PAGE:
I was speaking at the Compost Council of Canada’s ‘Organics Recycling’ Conference in Calgary on Monday. It was great show and I learned a lot about what is happening in the world of composting highlighted by the opening of the City of Calgary’s massive new composting facility.
Yet, while these enormous are impressive, the conversion of organic "waste" to compost always operates at a microscopic level. A presentation on the microbiology of soils and composting reminded me that healthy soils are teeming with life. For example, a single teaspoon of soil holds more individual microorganisms than then the total number of people on earth! And one quarter of all of the earth’s species live in soil.
So when you enrich the soil in your yard with compost, an incredibly diverse, an huge group of beneficial microbes team-up to improve your soil quality. The result is the plants in your yard are much healthier, more productive, and more resilient.
I’m often asked if compost should be applied in the fall to gardens. The answer is a resounding yes! Compost should be worked into the soil in the fall to increase soil organic matter so that it is available for plants to utilize first thing in the spring.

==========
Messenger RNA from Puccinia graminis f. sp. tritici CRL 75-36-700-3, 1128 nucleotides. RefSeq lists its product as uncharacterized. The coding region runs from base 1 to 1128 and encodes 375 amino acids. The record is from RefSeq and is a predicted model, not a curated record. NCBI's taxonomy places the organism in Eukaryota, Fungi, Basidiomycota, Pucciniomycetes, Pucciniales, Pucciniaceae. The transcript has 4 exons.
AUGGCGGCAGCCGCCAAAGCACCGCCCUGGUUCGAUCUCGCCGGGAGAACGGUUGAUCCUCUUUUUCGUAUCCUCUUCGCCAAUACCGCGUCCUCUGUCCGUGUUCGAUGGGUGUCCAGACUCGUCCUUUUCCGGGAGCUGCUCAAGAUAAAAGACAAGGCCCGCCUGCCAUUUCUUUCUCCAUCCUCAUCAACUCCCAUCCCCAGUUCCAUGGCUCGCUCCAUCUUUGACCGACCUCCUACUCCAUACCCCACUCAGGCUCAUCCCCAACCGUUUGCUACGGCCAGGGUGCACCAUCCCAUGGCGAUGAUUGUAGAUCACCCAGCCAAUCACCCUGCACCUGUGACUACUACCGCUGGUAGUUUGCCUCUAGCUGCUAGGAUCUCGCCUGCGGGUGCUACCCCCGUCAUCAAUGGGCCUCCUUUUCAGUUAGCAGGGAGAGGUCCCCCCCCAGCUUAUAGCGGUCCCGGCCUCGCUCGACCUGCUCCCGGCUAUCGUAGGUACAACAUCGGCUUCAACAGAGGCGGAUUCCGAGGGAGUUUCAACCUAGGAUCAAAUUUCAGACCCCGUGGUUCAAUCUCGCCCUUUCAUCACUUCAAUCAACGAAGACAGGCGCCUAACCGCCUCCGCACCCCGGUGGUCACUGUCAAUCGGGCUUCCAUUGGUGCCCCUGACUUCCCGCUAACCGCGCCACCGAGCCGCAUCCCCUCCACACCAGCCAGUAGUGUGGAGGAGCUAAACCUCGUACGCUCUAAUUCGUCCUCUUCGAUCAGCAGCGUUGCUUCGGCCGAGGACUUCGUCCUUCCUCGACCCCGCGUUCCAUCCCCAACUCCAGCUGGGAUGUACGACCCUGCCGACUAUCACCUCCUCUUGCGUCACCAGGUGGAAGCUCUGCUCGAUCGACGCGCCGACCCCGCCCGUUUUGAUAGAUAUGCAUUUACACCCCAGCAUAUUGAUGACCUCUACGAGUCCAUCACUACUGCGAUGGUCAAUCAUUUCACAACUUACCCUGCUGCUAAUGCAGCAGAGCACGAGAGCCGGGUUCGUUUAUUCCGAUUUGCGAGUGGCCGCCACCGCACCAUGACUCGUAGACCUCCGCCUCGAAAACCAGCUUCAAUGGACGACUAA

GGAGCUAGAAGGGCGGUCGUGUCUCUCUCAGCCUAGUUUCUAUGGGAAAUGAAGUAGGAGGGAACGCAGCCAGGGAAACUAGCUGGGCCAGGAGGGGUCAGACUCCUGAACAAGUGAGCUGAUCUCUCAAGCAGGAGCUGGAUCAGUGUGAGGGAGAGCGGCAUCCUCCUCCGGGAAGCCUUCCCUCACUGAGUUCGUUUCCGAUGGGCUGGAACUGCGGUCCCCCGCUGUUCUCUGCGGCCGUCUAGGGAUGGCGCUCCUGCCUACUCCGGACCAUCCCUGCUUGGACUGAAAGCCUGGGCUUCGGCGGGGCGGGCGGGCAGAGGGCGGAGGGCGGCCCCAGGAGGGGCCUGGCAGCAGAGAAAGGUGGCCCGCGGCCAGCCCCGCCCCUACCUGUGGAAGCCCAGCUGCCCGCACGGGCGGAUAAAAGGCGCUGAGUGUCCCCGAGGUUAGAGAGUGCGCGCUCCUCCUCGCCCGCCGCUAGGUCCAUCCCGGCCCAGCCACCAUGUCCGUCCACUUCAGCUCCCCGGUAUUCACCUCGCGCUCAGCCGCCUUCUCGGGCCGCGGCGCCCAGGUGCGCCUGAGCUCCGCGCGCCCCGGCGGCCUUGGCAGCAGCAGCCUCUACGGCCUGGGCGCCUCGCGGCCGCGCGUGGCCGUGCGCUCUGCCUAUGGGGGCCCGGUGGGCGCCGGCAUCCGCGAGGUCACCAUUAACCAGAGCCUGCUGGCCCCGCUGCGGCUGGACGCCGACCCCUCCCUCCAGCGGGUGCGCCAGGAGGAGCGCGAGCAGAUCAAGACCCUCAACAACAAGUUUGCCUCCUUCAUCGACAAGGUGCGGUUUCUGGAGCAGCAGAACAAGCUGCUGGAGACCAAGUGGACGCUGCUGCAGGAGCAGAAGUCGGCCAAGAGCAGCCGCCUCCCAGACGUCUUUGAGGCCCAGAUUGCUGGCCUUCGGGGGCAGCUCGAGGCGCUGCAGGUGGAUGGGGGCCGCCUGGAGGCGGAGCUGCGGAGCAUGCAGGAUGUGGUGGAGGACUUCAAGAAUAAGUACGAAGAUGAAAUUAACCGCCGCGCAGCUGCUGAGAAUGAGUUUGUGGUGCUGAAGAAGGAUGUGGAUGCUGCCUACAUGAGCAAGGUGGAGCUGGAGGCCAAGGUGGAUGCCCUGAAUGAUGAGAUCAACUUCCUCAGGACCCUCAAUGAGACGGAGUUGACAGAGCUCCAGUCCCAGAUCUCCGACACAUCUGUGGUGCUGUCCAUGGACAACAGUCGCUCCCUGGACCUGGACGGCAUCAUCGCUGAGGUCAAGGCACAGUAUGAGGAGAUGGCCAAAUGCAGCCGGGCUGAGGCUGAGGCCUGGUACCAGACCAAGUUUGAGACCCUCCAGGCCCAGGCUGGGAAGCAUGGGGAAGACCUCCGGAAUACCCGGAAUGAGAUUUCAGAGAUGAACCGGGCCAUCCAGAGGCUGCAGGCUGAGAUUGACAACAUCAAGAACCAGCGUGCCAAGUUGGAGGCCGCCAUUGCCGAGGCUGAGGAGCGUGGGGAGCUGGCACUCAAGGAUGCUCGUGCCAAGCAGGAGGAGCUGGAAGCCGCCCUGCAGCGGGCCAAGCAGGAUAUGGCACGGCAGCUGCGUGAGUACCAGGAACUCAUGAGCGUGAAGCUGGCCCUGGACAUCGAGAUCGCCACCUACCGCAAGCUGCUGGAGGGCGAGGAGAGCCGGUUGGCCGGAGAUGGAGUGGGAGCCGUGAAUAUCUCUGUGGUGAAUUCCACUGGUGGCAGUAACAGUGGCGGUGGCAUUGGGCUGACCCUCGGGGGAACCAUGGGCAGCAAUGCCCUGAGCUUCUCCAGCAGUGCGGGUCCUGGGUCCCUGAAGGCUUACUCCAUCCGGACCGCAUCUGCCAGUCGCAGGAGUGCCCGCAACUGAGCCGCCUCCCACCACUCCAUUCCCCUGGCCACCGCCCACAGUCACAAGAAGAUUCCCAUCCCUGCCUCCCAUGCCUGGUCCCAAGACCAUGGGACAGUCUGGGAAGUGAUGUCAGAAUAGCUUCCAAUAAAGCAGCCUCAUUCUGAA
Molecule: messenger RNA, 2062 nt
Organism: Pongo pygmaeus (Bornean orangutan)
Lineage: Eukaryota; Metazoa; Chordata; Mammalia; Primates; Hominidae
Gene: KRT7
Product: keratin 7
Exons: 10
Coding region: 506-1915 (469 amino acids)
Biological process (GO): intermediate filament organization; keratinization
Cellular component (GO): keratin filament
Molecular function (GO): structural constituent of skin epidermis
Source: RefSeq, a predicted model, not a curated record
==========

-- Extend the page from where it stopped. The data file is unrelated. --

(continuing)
I like to add a 5 cm layer of SeaSoil compost to my garden in the fall. Even if I don’t find the time to work it into the soil, it’s rich, brown colour looks great as a "mulch". Besides, surface applied composts will still eventually work their way below the soil surface.
Remember that soils never rest. Soils lose organic matter if it’s not added regularly. As the saying goes, "nature abhors a vacuum" which, with respect to soil, translates to "nature abhors bare soil". Adding your own compost or great alternative composts, like SeaSoil, to your garden keeps Mother Nature happy!